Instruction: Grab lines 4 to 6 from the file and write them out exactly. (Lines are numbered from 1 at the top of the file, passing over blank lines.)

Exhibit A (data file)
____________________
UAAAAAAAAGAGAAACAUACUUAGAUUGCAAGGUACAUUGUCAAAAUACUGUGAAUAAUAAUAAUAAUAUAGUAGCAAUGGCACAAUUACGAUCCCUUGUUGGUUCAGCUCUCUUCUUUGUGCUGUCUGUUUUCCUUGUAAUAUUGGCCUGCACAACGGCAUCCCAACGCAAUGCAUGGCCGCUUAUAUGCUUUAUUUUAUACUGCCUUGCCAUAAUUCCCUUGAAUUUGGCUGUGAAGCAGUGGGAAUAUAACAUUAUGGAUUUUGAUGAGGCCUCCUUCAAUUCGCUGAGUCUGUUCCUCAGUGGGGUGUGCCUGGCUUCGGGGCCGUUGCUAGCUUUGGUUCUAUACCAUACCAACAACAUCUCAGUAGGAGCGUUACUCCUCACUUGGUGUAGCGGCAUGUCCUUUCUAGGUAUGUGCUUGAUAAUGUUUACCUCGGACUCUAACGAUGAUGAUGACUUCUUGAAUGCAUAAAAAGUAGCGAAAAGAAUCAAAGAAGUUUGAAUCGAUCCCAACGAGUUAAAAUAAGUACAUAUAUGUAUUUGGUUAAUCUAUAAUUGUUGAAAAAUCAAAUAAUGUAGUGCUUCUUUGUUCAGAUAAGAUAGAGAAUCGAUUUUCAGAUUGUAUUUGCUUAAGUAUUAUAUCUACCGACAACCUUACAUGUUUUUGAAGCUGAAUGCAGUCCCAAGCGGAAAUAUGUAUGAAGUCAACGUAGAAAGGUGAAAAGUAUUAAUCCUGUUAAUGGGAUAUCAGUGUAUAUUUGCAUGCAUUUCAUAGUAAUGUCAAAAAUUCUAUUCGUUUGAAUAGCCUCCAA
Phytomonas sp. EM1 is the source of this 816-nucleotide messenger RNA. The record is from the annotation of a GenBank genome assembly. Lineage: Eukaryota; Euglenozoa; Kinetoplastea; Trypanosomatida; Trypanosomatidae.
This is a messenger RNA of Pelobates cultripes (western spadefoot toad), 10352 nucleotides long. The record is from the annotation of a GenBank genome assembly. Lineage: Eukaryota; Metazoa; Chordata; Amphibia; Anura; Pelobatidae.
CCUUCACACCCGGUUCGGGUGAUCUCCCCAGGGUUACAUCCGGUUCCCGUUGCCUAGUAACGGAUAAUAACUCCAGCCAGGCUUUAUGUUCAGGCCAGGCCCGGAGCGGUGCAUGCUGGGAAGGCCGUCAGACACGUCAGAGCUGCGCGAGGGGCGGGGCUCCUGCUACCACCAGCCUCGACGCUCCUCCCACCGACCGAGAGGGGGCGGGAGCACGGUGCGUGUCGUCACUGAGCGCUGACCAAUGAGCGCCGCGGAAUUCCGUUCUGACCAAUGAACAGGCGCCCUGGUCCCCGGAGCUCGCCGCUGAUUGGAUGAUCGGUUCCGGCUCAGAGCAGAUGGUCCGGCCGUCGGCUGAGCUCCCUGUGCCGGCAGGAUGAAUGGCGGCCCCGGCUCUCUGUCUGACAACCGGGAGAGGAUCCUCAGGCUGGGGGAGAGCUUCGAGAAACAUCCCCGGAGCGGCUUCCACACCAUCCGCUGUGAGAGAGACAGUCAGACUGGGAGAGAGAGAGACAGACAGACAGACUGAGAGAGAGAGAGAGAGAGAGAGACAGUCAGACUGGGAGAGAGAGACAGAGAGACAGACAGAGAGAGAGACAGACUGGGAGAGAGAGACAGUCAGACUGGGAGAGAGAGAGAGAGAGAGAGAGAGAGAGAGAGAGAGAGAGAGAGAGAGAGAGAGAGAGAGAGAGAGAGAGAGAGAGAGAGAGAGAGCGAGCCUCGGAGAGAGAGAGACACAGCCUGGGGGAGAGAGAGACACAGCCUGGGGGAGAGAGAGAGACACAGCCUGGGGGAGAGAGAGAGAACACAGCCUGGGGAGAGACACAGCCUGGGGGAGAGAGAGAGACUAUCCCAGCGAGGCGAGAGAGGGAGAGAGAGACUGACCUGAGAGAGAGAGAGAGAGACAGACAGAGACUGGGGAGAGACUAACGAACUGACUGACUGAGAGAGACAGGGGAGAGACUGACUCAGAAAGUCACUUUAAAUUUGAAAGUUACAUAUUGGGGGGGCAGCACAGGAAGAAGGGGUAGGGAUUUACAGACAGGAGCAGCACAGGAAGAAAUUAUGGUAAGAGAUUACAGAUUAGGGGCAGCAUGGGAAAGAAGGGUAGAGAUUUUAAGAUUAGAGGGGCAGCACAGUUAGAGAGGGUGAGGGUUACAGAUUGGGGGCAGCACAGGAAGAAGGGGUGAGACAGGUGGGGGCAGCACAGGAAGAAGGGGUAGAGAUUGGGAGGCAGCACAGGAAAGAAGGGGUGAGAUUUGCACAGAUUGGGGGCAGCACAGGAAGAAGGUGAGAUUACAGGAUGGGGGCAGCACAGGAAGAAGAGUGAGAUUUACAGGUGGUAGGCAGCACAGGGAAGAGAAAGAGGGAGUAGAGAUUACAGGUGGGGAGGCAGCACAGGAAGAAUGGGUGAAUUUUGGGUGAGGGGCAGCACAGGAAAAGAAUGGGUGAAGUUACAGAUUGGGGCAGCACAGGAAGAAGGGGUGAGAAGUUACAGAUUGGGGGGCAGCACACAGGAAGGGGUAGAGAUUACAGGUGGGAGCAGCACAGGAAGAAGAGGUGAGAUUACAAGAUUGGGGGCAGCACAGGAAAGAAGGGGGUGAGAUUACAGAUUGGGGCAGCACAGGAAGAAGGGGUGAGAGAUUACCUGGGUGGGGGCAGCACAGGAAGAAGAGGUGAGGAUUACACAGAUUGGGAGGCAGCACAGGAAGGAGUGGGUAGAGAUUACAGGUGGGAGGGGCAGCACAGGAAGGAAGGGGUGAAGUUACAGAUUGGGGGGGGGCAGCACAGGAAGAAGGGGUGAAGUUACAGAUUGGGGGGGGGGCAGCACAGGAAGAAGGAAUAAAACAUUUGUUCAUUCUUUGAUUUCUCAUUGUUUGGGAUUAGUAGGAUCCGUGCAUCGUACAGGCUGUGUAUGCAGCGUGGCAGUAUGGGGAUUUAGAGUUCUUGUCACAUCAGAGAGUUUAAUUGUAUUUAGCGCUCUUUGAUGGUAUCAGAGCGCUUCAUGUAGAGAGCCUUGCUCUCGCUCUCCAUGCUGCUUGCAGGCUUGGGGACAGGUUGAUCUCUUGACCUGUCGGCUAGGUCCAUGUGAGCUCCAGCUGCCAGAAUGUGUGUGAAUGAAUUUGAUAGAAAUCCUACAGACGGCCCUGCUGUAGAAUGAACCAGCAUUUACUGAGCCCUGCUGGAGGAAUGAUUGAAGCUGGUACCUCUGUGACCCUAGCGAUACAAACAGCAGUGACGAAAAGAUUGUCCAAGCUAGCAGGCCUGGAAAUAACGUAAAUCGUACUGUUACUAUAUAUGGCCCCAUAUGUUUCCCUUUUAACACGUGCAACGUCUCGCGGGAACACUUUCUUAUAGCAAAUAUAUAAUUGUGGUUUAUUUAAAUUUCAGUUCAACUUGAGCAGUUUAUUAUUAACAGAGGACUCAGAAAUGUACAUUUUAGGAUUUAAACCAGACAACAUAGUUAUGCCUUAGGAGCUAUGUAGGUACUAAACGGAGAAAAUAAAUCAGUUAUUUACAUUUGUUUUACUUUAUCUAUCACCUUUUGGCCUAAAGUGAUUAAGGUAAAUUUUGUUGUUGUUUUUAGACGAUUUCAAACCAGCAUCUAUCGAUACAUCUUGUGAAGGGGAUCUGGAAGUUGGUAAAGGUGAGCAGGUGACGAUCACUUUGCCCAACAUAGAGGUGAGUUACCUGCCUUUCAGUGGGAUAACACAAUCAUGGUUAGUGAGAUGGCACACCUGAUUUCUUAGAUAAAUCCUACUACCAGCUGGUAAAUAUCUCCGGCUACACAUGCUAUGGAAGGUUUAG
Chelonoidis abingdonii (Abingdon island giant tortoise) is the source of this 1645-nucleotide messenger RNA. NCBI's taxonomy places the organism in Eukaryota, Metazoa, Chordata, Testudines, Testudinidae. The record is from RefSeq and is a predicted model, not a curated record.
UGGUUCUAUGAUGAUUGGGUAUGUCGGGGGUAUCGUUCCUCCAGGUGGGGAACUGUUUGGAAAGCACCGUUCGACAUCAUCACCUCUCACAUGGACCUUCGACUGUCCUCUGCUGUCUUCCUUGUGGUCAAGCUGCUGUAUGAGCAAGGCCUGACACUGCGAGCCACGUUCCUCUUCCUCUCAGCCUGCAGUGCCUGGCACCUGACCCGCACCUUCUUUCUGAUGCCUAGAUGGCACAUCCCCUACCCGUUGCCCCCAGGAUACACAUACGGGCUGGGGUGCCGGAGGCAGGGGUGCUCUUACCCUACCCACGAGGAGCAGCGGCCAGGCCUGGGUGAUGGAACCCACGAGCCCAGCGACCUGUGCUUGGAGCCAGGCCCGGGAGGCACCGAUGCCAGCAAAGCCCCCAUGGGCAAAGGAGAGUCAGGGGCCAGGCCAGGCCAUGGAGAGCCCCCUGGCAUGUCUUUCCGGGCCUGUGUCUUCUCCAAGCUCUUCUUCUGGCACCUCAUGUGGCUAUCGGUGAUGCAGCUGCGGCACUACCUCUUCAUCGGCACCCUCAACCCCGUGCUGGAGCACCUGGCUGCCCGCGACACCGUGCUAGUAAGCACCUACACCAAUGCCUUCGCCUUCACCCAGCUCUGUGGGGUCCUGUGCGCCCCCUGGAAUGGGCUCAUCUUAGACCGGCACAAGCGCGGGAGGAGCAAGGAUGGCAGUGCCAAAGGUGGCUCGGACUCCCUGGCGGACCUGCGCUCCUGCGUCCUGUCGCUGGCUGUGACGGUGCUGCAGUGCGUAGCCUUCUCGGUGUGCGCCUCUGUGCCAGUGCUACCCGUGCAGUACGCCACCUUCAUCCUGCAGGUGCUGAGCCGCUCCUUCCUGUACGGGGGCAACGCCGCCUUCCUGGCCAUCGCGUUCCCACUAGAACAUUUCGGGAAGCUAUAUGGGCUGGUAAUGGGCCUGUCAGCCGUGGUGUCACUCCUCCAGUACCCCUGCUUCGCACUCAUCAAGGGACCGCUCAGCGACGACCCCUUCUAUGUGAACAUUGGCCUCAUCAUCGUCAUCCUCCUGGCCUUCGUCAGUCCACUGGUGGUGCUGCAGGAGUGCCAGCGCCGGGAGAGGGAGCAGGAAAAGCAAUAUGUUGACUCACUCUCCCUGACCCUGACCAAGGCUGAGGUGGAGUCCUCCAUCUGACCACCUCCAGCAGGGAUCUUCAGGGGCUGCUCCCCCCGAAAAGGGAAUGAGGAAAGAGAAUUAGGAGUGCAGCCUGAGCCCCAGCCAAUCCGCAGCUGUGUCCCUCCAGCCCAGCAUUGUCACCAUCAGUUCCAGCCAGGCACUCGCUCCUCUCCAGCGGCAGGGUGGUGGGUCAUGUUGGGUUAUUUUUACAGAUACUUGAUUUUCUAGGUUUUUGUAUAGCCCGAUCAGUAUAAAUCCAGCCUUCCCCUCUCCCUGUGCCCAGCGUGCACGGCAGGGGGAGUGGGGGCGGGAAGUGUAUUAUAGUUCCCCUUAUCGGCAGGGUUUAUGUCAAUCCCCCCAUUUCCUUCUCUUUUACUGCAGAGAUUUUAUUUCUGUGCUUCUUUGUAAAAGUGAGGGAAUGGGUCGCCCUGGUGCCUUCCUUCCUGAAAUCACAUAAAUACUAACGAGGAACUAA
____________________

CCUUCACACCCGGUUCGGGUGAUCUCCCCAGGGUUACAUCCGGUUCCCGUUGCCUAGUAACGGAUAAUAACUCCAGCCAGGCUUUAUGUUCAGGCCAGGCCCGGAGCGGUGCAUGCUGGGAAGGCCGUCAGACACGUCAGAGCUGCGCGAGGGGCGGGGCUCCUGCUACCACCAGCCUCGACGCUCCUCCCACCGACCGAGAGGGGGCGGGAGCACGGUGCGUGUCGUCACUGAGCGCUGACCAAUGAGCGCCGCGGAAUUCCGUUCUGACCAAUGAACAGGCGCCCUGGUCCCCGGAGCUCGCCGCUGAUUGGAUGAUCGGUUCCGGCUCAGAGCAGAUGGUCCGGCCGUCGGCUGAGCUCCCUGUGCCGGCAGGAUGAAUGGCGGCCCCGGCUCUCUGUCUGACAACCGGGAGAGGAUCCUCAGGCUGGGGGAGAGCUUCGAGAAACAUCCCCGGAGCGGCUUCCACACCAUCCGCUGUGAGAGAGACAGUCAGACUGGGAGAGAGAGAGACAGACAGACAGACUGAGAGAGAGAGAGAGAGAGAGAGACAGUCAGACUGGGAGAGAGAGACAGAGAGACAGACAGAGAGAGAGACAGACUGGGAGAGAGAGACAGUCAGACUGGGAGAGAGAGAGAGAGAGAGAGAGAGAGAGAGAGAGAGAGAGAGAGAGAGAGAGAGAGAGAGAGAGAGAGAGAGAGAGAGAGAGAGAGCGAGCCUCGGAGAGAGAGAGACACAGCCUGGGGGAGAGAGAGACACAGCCUGGGGGAGAGAGAGAGACACAGCCUGGGGGAGAGAGAGAGAACACAGCCUGGGGAGAGACACAGCCUGGGGGAGAGAGAGAGACUAUCCCAGCGAGGCGAGAGAGGGAGAGAGAGACUGACCUGAGAGAGAGAGAGAGAGACAGACAGAGACUGGGGAGAGACUAACGAACUGACUGACUGAGAGAGACAGGGGAGAGACUGACUCAGAAAGUCACUUUAAAUUUGAAAGUUACAUAUUGGGGGGGCAGCACAGGAAGAAGGGGUAGGGAUUUACAGACAGGAGCAGCACAGGAAGAAAUUAUGGUAAGAGAUUACAGAUUAGGGGCAGCAUGGGAAAGAAGGGUAGAGAUUUUAAGAUUAGAGGGGCAGCACAGUUAGAGAGGGUGAGGGUUACAGAUUGGGGGCAGCACAGGAAGAAGGGGUGAGACAGGUGGGGGCAGCACAGGAAGAAGGGGUAGAGAUUGGGAGGCAGCACAGGAAAGAAGGGGUGAGAUUUGCACAGAUUGGGGGCAGCACAGGAAGAAGGUGAGAUUACAGGAUGGGGGCAGCACAGGAAGAAGAGUGAGAUUUACAGGUGGUAGGCAGCACAGGGAAGAGAAAGAGGGAGUAGAGAUUACAGGUGGGGAGGCAGCACAGGAAGAAUGGGUGAAUUUUGGGUGAGGGGCAGCACAGGAAAAGAAUGGGUGAAGUUACAGAUUGGGGCAGCACAGGAAGAAGGGGUGAGAAGUUACAGAUUGGGGGGCAGCACACAGGAAGGGGUAGAGAUUACAGGUGGGAGCAGCACAGGAAGAAGAGGUGAGAUUACAAGAUUGGGGGCAGCACAGGAAAGAAGGGGGUGAGAUUACAGAUUGGGGCAGCACAGGAAGAAGGGGUGAGAGAUUACCUGGGUGGGGGCAGCACAGGAAGAAGAGGUGAGGAUUACACAGAUUGGGAGGCAGCACAGGAAGGAGUGGGUAGAGAUUACAGGUGGGAGGGGCAGCACAGGAAGGAAGGGGUGAAGUUACAGAUUGGGGGGGGGCAGCACAGGAAGAAGGGGUGAAGUUACAGAUUGGGGGGGGGGCAGCACAGGAAGAAGGAAUAAAACAUUUGUUCAUUCUUUGAUUUCUCAUUGUUUGGGAUUAGUAGGAUCCGUGCAUCGUACAGGCUGUGUAUGCAGCGUGGCAGUAUGGGGAUUUAGAGUUCUUGUCACAUCAGAGAGUUUAAUUGUAUUUAGCGCUCUUUGAUGGUAUCAGAGCGCUUCAUGUAGAGAGCCUUGCUCUCGCUCUCCAUGCUGCUUGCAGGCUUGGGGACAGGUUGAUCUCUUGACCUGUCGGCUAGGUCCAUGUGAGCUCCAGCUGCCAGAAUGUGUGUGAAUGAAUUUGAUAGAAAUCCUACAGACGGCCCUGCUGUAGAAUGAACCAGCAUUUACUGAGCCCUGCUGGAGGAAUGAUUGAAGCUGGUACCUCUGUGACCCUAGCGAUACAAACAGCAGUGACGAAAAGAUUGUCCAAGCUAGCAGGCCUGGAAAUAACGUAAAUCGUACUGUUACUAUAUAUGGCCCCAUAUGUUUCCCUUUUAACACGUGCAACGUCUCGCGGGAACACUUUCUUAUAGCAAAUAUAUAAUUGUGGUUUAUUUAAAUUUCAGUUCAACUUGAGCAGUUUAUUAUUAACAGAGGACUCAGAAAUGUACAUUUUAGGAUUUAAACCAGACAACAUAGUUAUGCCUUAGGAGCUAUGUAGGUACUAAACGGAGAAAAUAAAUCAGUUAUUUACAUUUGUUUUACUUUAUCUAUCACCUUUUGGCCUAAAGUGAUUAAGGUAAAUUUUGUUGUUGUUUUUAGACGAUUUCAAACCAGCAUCUAUCGAUACAUCUUGUGAAGGGGAUCUGGAAGUUGGUAAAGGUGAGCAGGUGACGAUCACUUUGCCCAACAUAGAGGUGAGUUACCUGCCUUUCAGUGGGAUAACACAAUCAUGGUUAGUGAGAUGGCACACCUGAUUUCUUAGAUAAAUCCUACUACCAGCUGGUAAAUAUCUCCGGCUACACAUGCUAUGGAAGGUUUAG
Chelonoidis abingdonii (Abingdon island giant tortoise) is the source of this 1645-nucleotide messenger RNA. NCBI's taxonomy places the organism in Eukaryota, Metazoa, Chordata, Testudines, Testudinidae. The record is from RefSeq and is a predicted model, not a curated record.
UGGUUCUAUGAUGAUUGGGUAUGUCGGGGGUAUCGUUCCUCCAGGUGGGGAACUGUUUGGAAAGCACCGUUCGACAUCAUCACCUCUCACAUGGACCUUCGACUGUCCUCUGCUGUCUUCCUUGUGGUCAAGCUGCUGUAUGAGCAAGGCCUGACACUGCGAGCCACGUUCCUCUUCCUCUCAGCCUGCAGUGCCUGGCACCUGACCCGCACCUUCUUUCUGAUGCCUAGAUGGCACAUCCCCUACCCGUUGCCCCCAGGAUACACAUACGGGCUGGGGUGCCGGAGGCAGGGGUGCUCUUACCCUACCCACGAGGAGCAGCGGCCAGGCCUGGGUGAUGGAACCCACGAGCCCAGCGACCUGUGCUUGGAGCCAGGCCCGGGAGGCACCGAUGCCAGCAAAGCCCCCAUGGGCAAAGGAGAGUCAGGGGCCAGGCCAGGCCAUGGAGAGCCCCCUGGCAUGUCUUUCCGGGCCUGUGUCUUCUCCAAGCUCUUCUUCUGGCACCUCAUGUGGCUAUCGGUGAUGCAGCUGCGGCACUACCUCUUCAUCGGCACCCUCAACCCCGUGCUGGAGCACCUGGCUGCCCGCGACACCGUGCUAGUAAGCACCUACACCAAUGCCUUCGCCUUCACCCAGCUCUGUGGGGUCCUGUGCGCCCCCUGGAAUGGGCUCAUCUUAGACCGGCACAAGCGCGGGAGGAGCAAGGAUGGCAGUGCCAAAGGUGGCUCGGACUCCCUGGCGGACCUGCGCUCCUGCGUCCUGUCGCUGGCUGUGACGGUGCUGCAGUGCGUAGCCUUCUCGGUGUGCGCCUCUGUGCCAGUGCUACCCGUGCAGUACGCCACCUUCAUCCUGCAGGUGCUGAGCCGCUCCUUCCUGUACGGGGGCAACGCCGCCUUCCUGGCCAUCGCGUUCCCACUAGAACAUUUCGGGAAGCUAUAUGGGCUGGUAAUGGGCCUGUCAGCCGUGGUGUCACUCCUCCAGUACCCCUGCUUCGCACUCAUCAAGGGACCGCUCAGCGACGACCCCUUCUAUGUGAACAUUGGCCUCAUCAUCGUCAUCCUCCUGGCCUUCGUCAGUCCACUGGUGGUGCUGCAGGAGUGCCAGCGCCGGGAGAGGGAGCAGGAAAAGCAAUAUGUUGACUCACUCUCCCUGACCCUGACCAAGGCUGAGGUGGAGUCCUCCAUCUGACCACCUCCAGCAGGGAUCUUCAGGGGCUGCUCCCCCCGAAAAGGGAAUGAGGAAAGAGAAUUAGGAGUGCAGCCUGAGCCCCAGCCAAUCCGCAGCUGUGUCCCUCCAGCCCAGCAUUGUCACCAUCAGUUCCAGCCAGGCACUCGCUCCUCUCCAGCGGCAGGGUGGUGGGUCAUGUUGGGUUAUUUUUACAGAUACUUGAUUUUCUAGGUUUUUGUAUAGCCCGAUCAGUAUAAAUCCAGCCUUCCCCUCUCCCUGUGCCCAGCGUGCACGGCAGGGGGAGUGGGGGCGGGAAGUGUAUUAUAGUUCCCCUUAUCGGCAGGGUUUAUGUCAAUCCCCCCAUUUCCUUCUCUUUUACUGCAGAGAUUUUAUUUCUGUGCUUCUUUGUAAAAGUGAGGGAAUGGGUCGCCCUGGUGCCUUCCUUCCUGAAAUCACAUAAAUACUAACGAGGAACUAA